Sub-Saharan Africa is the most food-insecure region in the world. Despite challenges of poverty and malnutrition, in many countries, people rely on agriculture not only for food – but also for their livelihoods.
A new £2 million programme, Food Systems Research Network for Africa (FSNet-Africa), will utilise interdisciplinary research to develop a new understanding of the African food system, tackling food insecurity and malnutrition from the ground up.
Announced on 9 July, the project is one of four projects funded by UK Research and Innovation (UKRI) and African Research Universities Alliance (ARUA), through a partnership effort aimed at tackling global challenges of disease, poverty, climate change, and food insecurity.
Led by the University of Pretoria in partnership with the University of Leeds and the Food, Agriculture and National Resources Policy Analysis Network (FANRPAN), the three-year programme operates in six sub-Saharan African countries, namely Ghana, Kenya, Malawi, South Africa, Tanzania and Zambia.
Professor Frans Swanepoel of the University of Pretoria and Principal Investigator for FSNet-Africa says overcoming Africa’s development challenges cannot be separated from the need to transform the continent’s food systems.
He said: “One in four people in sub-Saharan Africa face food insecurity and Africa will need to produce 80% more food by 2050. The challenge is not only to ensure that adequate food is accessible, but to provide safe and nutritious food as African countries are confronted by the triple burden of malnutrition.”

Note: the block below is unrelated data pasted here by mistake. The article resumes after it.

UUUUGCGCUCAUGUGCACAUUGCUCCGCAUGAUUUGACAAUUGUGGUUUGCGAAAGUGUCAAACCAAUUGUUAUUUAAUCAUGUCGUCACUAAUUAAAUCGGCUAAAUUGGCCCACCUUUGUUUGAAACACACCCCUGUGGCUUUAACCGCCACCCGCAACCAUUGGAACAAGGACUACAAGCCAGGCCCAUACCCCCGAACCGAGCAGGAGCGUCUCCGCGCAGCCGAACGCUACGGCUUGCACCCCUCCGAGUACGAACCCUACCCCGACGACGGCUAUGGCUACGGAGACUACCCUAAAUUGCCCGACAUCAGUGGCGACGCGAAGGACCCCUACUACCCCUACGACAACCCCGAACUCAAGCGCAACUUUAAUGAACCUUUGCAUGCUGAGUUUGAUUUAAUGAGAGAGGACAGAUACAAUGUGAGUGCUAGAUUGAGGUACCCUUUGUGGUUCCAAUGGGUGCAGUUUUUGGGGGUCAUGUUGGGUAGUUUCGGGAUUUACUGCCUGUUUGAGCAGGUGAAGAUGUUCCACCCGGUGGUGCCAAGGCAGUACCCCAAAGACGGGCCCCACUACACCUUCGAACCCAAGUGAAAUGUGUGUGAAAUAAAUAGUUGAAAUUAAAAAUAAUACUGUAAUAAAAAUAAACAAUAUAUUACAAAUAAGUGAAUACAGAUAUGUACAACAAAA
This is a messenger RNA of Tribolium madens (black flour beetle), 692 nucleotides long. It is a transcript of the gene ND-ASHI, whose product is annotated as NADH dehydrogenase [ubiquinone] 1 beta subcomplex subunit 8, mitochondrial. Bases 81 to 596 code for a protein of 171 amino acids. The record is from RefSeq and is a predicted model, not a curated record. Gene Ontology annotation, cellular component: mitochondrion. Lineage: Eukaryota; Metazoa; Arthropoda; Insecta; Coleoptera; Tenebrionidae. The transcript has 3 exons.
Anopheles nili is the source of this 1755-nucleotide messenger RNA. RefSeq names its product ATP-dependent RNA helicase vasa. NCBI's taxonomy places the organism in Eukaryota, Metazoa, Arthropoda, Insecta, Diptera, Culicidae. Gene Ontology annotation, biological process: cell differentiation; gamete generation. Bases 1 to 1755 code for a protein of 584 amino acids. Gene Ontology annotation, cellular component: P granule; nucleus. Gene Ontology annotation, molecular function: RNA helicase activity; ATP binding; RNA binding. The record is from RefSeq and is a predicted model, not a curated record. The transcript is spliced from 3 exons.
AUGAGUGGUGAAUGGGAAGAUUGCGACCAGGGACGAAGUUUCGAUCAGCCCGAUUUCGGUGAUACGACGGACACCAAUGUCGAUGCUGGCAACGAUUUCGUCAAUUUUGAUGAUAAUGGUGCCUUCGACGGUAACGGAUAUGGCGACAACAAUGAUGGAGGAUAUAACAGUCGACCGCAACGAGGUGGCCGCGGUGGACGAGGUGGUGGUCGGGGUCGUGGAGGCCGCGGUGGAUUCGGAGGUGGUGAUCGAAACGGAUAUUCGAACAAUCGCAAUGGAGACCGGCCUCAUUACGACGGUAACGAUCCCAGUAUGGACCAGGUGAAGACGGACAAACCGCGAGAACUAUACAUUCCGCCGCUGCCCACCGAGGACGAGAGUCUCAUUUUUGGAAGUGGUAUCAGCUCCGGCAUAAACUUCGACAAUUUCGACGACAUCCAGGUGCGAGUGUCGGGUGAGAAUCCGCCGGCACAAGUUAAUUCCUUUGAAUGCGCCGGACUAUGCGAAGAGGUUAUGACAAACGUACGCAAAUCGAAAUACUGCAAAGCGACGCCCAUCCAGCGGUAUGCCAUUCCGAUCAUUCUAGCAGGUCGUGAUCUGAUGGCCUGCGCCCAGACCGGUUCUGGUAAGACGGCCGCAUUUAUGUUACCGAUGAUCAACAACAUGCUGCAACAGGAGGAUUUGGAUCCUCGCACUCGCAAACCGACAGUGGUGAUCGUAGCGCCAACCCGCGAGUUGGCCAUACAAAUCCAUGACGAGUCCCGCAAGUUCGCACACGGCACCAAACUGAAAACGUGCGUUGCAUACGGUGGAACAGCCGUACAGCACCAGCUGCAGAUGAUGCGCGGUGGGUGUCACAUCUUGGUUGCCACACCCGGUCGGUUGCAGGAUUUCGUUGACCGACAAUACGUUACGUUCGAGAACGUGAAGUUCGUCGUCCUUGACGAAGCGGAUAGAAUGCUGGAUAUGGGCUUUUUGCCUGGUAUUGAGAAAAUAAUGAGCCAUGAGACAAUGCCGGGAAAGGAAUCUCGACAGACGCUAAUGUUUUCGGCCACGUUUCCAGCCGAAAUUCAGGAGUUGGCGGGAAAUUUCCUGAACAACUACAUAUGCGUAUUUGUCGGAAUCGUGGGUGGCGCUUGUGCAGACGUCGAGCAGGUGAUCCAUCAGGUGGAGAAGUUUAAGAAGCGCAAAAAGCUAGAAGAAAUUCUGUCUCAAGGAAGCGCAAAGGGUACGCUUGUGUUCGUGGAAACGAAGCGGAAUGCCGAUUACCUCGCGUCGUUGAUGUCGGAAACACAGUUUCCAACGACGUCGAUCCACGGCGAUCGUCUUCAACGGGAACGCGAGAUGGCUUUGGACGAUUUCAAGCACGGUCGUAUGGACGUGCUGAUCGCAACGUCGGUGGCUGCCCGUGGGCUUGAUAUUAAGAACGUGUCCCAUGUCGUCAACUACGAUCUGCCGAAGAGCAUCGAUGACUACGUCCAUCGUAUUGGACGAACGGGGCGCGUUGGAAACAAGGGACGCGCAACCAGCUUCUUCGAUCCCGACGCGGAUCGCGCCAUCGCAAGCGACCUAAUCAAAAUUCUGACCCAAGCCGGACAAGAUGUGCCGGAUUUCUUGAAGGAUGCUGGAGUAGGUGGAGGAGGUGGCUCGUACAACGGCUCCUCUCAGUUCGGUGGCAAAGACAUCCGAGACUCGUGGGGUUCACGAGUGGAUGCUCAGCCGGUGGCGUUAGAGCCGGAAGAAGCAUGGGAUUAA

Programme harvests potential of early career researchers
FSNet-Africa seeks to build capacity and long-term sustainability in sub-Saharan partner countries through mentorship of early career researchers.
Successful applicants will receive dual mentorship from the University of Leeds and one of ten academic institutions in the six focal countries, a list which includes the University of Pretoria. Through structured two-year fellowships, researchers will co-design projects that yield climate-smart, nutrition-sensitive and poverty-reducing solutions.
Fellowship projects can range across an interdisciplinary spectrum, targeting areas from farming and productivity to trade, distribution and marketing, food storage, safety, nutrition and more.
Dr. Claire Quinn, Priestley Centre researcher and AFRICAP’s lead for policy design and implementation, is also the lead investigator of FSNet-Africa from the UK. She emphasises that the research triads are a unique method of building on existing partnerships between the UK and Africa whilst realising new opportunities for research, training and policy advocacy.
She said: “The University of Leeds has developed strong partnerships with FANRPAN and within our focal countries through ongoing UKRI-funded programmes, AFRICAP and African SWIFT, which examine food system resilience, and weather forecasting and communications. By leveraging the expertise available in these networks, FSNet-Africa will help fellows build lasting research communities and develop the skills necessary to design and implement climate-smart solutions capable of addressing food security, alleviating malnutrition, and helping eliminate poverty.”
With guidance from FANRPAN, a core AFRICAP partner, researchers will also engage with policymakers, private sector players and grassroots organisations in their focal country to translate research findings into implementable solutions.
Dr. Tshilidzi Madzivhandila, AFRICAP project co-lead, FANRPAN CEO and Stakeholder Engagement Coordinator for FSNet-Africa, emphasized that meaningful engagement of all state and non-state food system stakeholders across the continent will make agriculture and food production in Africa more productive, sustainable and resilient to climate change.